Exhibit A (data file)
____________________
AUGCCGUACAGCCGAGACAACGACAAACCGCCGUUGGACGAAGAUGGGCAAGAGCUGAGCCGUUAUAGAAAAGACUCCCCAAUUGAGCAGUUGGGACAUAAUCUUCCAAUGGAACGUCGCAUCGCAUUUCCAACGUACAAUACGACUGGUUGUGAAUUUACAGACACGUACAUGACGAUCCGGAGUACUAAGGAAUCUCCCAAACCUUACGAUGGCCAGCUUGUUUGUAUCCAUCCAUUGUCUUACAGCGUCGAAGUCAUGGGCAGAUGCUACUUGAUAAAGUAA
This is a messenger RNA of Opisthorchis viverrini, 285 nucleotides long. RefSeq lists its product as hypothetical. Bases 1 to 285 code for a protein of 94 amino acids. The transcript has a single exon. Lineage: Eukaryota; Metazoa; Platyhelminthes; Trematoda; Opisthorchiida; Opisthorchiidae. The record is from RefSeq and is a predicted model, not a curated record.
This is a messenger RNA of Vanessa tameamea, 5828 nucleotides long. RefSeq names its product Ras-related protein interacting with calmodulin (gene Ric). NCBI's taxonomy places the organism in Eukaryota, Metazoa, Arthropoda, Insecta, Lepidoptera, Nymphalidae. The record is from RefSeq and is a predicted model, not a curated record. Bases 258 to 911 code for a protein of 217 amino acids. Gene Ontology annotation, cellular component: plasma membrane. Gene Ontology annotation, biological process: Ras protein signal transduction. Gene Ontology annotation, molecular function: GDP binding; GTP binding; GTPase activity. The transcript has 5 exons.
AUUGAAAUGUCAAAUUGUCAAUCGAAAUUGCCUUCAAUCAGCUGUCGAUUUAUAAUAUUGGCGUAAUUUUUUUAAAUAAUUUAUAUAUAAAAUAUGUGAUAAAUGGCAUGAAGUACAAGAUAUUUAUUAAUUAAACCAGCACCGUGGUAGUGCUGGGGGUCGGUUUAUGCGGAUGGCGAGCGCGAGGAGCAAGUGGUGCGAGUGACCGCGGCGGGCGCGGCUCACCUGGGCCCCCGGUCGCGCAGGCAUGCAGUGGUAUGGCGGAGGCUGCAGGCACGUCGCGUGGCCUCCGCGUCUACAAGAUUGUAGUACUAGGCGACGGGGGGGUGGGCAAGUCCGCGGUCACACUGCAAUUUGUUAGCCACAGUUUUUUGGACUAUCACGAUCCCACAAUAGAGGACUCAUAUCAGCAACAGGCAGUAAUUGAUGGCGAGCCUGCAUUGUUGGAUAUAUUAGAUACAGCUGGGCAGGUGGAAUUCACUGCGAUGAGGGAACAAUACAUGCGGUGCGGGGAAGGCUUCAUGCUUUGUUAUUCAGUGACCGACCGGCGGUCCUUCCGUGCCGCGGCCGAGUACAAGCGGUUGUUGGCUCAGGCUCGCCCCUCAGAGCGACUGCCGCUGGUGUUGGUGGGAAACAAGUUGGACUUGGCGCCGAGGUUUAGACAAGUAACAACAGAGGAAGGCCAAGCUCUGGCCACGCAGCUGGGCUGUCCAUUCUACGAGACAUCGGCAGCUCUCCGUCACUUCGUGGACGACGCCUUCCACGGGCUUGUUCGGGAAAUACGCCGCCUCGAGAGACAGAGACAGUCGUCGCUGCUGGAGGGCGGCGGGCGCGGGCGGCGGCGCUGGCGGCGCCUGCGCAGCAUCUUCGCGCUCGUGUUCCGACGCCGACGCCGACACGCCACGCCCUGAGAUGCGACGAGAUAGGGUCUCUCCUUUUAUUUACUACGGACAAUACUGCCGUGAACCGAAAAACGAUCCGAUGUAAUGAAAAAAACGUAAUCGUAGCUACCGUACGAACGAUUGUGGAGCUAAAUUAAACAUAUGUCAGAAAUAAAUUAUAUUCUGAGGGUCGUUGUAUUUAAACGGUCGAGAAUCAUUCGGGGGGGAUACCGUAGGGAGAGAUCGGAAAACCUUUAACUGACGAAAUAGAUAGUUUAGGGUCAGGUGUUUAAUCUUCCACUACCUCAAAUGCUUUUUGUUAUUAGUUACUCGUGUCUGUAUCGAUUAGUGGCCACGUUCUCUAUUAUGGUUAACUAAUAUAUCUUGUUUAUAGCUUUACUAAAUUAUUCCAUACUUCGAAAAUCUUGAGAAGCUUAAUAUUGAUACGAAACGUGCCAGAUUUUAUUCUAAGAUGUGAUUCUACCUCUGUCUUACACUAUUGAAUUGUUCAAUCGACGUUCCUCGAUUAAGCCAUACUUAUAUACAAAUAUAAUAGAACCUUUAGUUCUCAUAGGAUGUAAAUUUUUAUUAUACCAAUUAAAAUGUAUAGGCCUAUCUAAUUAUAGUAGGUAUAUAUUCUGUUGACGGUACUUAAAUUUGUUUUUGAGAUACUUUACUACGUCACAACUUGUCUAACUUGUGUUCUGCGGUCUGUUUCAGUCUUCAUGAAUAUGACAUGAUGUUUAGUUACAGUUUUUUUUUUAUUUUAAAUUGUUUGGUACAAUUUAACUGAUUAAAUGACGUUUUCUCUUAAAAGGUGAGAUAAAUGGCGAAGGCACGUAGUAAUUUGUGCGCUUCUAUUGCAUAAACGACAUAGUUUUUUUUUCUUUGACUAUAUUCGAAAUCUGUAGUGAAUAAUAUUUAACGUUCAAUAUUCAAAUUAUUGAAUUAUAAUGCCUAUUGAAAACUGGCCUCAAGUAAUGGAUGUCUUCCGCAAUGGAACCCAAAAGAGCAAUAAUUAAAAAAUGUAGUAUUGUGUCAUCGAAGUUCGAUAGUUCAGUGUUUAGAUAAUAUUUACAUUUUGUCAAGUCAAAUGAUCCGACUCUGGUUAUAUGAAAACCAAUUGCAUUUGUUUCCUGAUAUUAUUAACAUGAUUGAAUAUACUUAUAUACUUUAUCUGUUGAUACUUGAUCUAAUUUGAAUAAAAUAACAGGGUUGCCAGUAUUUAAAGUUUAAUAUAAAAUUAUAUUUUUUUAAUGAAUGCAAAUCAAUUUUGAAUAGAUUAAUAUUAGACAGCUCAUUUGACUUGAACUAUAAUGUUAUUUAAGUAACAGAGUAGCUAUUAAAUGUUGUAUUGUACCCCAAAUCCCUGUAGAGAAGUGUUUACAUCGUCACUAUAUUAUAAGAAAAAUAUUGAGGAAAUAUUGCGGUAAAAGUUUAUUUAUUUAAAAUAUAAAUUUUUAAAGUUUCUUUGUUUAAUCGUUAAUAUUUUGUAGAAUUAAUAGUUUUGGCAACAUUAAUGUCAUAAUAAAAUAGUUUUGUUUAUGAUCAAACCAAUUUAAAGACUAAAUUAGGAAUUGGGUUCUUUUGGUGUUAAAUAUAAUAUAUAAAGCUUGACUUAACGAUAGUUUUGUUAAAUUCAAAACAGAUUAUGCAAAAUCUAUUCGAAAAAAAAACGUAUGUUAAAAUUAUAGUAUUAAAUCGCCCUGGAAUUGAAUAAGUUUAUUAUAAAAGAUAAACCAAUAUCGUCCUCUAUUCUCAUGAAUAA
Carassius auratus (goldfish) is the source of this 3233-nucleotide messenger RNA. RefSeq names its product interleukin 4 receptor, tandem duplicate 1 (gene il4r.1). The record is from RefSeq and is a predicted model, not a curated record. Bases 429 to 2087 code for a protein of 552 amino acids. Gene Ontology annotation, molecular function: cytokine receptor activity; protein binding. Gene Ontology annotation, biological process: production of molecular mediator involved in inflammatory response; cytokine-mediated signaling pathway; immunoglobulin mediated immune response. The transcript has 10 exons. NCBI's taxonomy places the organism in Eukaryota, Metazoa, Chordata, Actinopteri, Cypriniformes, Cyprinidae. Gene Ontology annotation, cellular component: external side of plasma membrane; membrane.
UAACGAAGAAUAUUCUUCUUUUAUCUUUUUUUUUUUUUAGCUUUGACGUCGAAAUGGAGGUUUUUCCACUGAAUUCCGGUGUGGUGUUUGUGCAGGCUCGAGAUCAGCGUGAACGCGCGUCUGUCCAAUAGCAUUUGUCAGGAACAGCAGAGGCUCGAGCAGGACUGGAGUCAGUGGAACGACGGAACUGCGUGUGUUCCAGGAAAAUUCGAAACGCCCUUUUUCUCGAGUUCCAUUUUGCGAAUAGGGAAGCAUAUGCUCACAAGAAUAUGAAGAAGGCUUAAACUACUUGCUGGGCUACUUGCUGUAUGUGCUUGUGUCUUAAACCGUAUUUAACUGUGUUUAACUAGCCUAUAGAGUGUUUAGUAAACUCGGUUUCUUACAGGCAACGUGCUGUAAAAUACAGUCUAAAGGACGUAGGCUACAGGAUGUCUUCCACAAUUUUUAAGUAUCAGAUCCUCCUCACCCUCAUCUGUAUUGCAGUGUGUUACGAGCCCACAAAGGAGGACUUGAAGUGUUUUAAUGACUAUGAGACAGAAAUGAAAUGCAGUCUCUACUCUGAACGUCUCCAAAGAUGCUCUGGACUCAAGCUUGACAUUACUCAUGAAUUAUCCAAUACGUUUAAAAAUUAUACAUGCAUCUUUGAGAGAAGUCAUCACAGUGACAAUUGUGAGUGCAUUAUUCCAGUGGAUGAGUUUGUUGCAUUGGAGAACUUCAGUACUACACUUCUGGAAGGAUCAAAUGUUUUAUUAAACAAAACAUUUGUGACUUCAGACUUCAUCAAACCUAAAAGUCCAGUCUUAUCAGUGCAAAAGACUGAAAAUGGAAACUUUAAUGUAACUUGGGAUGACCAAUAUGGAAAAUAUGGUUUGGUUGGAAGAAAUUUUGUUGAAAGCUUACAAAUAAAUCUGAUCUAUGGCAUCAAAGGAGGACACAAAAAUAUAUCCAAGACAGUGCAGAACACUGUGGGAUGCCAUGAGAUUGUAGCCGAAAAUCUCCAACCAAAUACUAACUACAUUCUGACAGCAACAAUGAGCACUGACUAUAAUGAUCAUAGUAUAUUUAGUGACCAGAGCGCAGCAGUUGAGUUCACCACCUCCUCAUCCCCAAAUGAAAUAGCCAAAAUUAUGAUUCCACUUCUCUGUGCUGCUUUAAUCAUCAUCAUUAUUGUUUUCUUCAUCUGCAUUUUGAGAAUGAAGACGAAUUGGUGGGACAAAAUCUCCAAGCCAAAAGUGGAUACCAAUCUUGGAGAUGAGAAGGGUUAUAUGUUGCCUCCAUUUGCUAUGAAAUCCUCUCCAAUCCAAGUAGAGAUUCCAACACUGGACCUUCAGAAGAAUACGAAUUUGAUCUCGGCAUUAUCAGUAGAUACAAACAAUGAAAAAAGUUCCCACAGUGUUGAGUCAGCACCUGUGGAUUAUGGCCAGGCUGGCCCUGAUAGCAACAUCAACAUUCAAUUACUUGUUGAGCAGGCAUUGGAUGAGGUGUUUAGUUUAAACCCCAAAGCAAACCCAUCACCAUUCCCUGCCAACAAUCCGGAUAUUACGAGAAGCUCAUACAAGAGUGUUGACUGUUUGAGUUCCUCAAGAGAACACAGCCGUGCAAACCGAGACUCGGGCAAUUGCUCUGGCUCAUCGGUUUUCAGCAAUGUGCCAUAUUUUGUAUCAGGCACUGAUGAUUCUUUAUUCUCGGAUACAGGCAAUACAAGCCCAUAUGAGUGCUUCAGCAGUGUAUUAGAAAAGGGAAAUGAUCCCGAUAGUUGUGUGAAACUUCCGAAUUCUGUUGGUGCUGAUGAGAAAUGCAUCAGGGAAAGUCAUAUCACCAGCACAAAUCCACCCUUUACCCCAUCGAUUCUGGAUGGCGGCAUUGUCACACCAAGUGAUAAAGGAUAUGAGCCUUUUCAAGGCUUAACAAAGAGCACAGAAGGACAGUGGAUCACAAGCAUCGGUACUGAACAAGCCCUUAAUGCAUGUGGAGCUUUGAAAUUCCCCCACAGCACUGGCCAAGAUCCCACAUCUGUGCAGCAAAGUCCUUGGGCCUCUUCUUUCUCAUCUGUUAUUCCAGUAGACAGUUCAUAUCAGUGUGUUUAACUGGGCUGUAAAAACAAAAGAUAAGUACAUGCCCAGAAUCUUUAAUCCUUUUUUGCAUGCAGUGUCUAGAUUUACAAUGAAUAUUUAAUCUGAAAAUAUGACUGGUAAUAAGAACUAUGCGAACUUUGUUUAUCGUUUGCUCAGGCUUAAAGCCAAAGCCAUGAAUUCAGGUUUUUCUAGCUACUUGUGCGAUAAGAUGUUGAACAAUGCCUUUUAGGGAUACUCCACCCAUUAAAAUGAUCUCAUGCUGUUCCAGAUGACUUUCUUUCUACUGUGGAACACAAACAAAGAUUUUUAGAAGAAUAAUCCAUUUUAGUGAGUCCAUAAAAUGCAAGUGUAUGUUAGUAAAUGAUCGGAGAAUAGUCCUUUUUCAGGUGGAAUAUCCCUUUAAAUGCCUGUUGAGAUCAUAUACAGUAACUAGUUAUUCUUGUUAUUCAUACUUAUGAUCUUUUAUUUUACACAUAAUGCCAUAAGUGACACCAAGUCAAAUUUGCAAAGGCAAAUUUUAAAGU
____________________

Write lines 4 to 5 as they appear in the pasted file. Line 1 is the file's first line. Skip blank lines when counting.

AUUGAAAUGUCAAAUUGUCAAUCGAAAUUGCCUUCAAUCAGCUGUCGAUUUAUAAUAUUGGCGUAAUUUUUUUAAAUAAUUUAUAUAUAAAAUAUGUGAUAAAUGGCAUGAAGUACAAGAUAUUUAUUAAUUAAACCAGCACCGUGGUAGUGCUGGGGGUCGGUUUAUGCGGAUGGCGAGCGCGAGGAGCAAGUGGUGCGAGUGACCGCGGCGGGCGCGGCUCACCUGGGCCCCCGGUCGCGCAGGCAUGCAGUGGUAUGGCGGAGGCUGCAGGCACGUCGCGUGGCCUCCGCGUCUACAAGAUUGUAGUACUAGGCGACGGGGGGGUGGGCAAGUCCGCGGUCACACUGCAAUUUGUUAGCCACAGUUUUUUGGACUAUCACGAUCCCACAAUAGAGGACUCAUAUCAGCAACAGGCAGUAAUUGAUGGCGAGCCUGCAUUGUUGGAUAUAUUAGAUACAGCUGGGCAGGUGGAAUUCACUGCGAUGAGGGAACAAUACAUGCGGUGCGGGGAAGGCUUCAUGCUUUGUUAUUCAGUGACCGACCGGCGGUCCUUCCGUGCCGCGGCCGAGUACAAGCGGUUGUUGGCUCAGGCUCGCCCCUCAGAGCGACUGCCGCUGGUGUUGGUGGGAAACAAGUUGGACUUGGCGCCGAGGUUUAGACAAGUAACAACAGAGGAAGGCCAAGCUCUGGCCACGCAGCUGGGCUGUCCAUUCUACGAGACAUCGGCAGCUCUCCGUCACUUCGUGGACGACGCCUUCCACGGGCUUGUUCGGGAAAUACGCCGCCUCGAGAGACAGAGACAGUCGUCGCUGCUGGAGGGCGGCGGGCGCGGGCGGCGGCGCUGGCGGCGCCUGCGCAGCAUCUUCGCGCUCGUGUUCCGACGCCGACGCCGACACGCCACGCCCUGAGAUGCGACGAGAUAGGGUCUCUCCUUUUAUUUACUACGGACAAUACUGCCGUGAACCGAAAAACGAUCCGAUGUAAUGAAAAAAACGUAAUCGUAGCUACCGUACGAACGAUUGUGGAGCUAAAUUAAACAUAUGUCAGAAAUAAAUUAUAUUCUGAGGGUCGUUGUAUUUAAACGGUCGAGAAUCAUUCGGGGGGGAUACCGUAGGGAGAGAUCGGAAAACCUUUAACUGACGAAAUAGAUAGUUUAGGGUCAGGUGUUUAAUCUUCCACUACCUCAAAUGCUUUUUGUUAUUAGUUACUCGUGUCUGUAUCGAUUAGUGGCCACGUUCUCUAUUAUGGUUAACUAAUAUAUCUUGUUUAUAGCUUUACUAAAUUAUUCCAUACUUCGAAAAUCUUGAGAAGCUUAAUAUUGAUACGAAACGUGCCAGAUUUUAUUCUAAGAUGUGAUUCUACCUCUGUCUUACACUAUUGAAUUGUUCAAUCGACGUUCCUCGAUUAAGCCAUACUUAUAUACAAAUAUAAUAGAACCUUUAGUUCUCAUAGGAUGUAAAUUUUUAUUAUACCAAUUAAAAUGUAUAGGCCUAUCUAAUUAUAGUAGGUAUAUAUUCUGUUGACGGUACUUAAAUUUGUUUUUGAGAUACUUUACUACGUCACAACUUGUCUAACUUGUGUUCUGCGGUCUGUUUCAGUCUUCAUGAAUAUGACAUGAUGUUUAGUUACAGUUUUUUUUUUAUUUUAAAUUGUUUGGUACAAUUUAACUGAUUAAAUGACGUUUUCUCUUAAAAGGUGAGAUAAAUGGCGAAGGCACGUAGUAAUUUGUGCGCUUCUAUUGCAUAAACGACAUAGUUUUUUUUUCUUUGACUAUAUUCGAAAUCUGUAGUGAAUAAUAUUUAACGUUCAAUAUUCAAAUUAUUGAAUUAUAAUGCCUAUUGAAAACUGGCCUCAAGUAAUGGAUGUCUUCCGCAAUGGAACCCAAAAGAGCAAUAAUUAAAAAAUGUAGUAUUGUGUCAUCGAAGUUCGAUAGUUCAGUGUUUAGAUAAUAUUUACAUUUUGUCAAGUCAAAUGAUCCGACUCUGGUUAUAUGAAAACCAAUUGCAUUUGUUUCCUGAUAUUAUUAACAUGAUUGAAUAUACUUAUAUACUUUAUCUGUUGAUACUUGAUCUAAUUUGAAUAAAAUAACAGGGUUGCCAGUAUUUAAAGUUUAAUAUAAAAUUAUAUUUUUUUAAUGAAUGCAAAUCAAUUUUGAAUAGAUUAAUAUUAGACAGCUCAUUUGACUUGAACUAUAAUGUUAUUUAAGUAACAGAGUAGCUAUUAAAUGUUGUAUUGUACCCCAAAUCCCUGUAGAGAAGUGUUUACAUCGUCACUAUAUUAUAAGAAAAAUAUUGAGGAAAUAUUGCGGUAAAAGUUUAUUUAUUUAAAAUAUAAAUUUUUAAAGUUUCUUUGUUUAAUCGUUAAUAUUUUGUAGAAUUAAUAGUUUUGGCAACAUUAAUGUCAUAAUAAAAUAGUUUUGUUUAUGAUCAAACCAAUUUAAAGACUAAAUUAGGAAUUGGGUUCUUUUGGUGUUAAAUAUAAUAUAUAAAGCUUGACUUAACGAUAGUUUUGUUAAAUUCAAAACAGAUUAUGCAAAAUCUAUUCGAAAAAAAAACGUAUGUUAAAAUUAUAGUAUUAAAUCGCCCUGGAAUUGAAUAAGUUUAUUAUAAAAGAUAAACCAAUAUCGUCCUCUAUUCUCAUGAAUAA
Carassius auratus (goldfish) is the source of this 3233-nucleotide messenger RNA. RefSeq names its product interleukin 4 receptor, tandem duplicate 1 (gene il4r.1). The record is from RefSeq and is a predicted model, not a curated record. Bases 429 to 2087 code for a protein of 552 amino acids. Gene Ontology annotation, molecular function: cytokine receptor activity; protein binding. Gene Ontology annotation, biological process: production of molecular mediator involved in inflammatory response; cytokine-mediated signaling pathway; immunoglobulin mediated immune response. The transcript has 10 exons. NCBI's taxonomy places the organism in Eukaryota, Metazoa, Chordata, Actinopteri, Cypriniformes, Cyprinidae. Gene Ontology annotation, cellular component: external side of plasma membrane; membrane.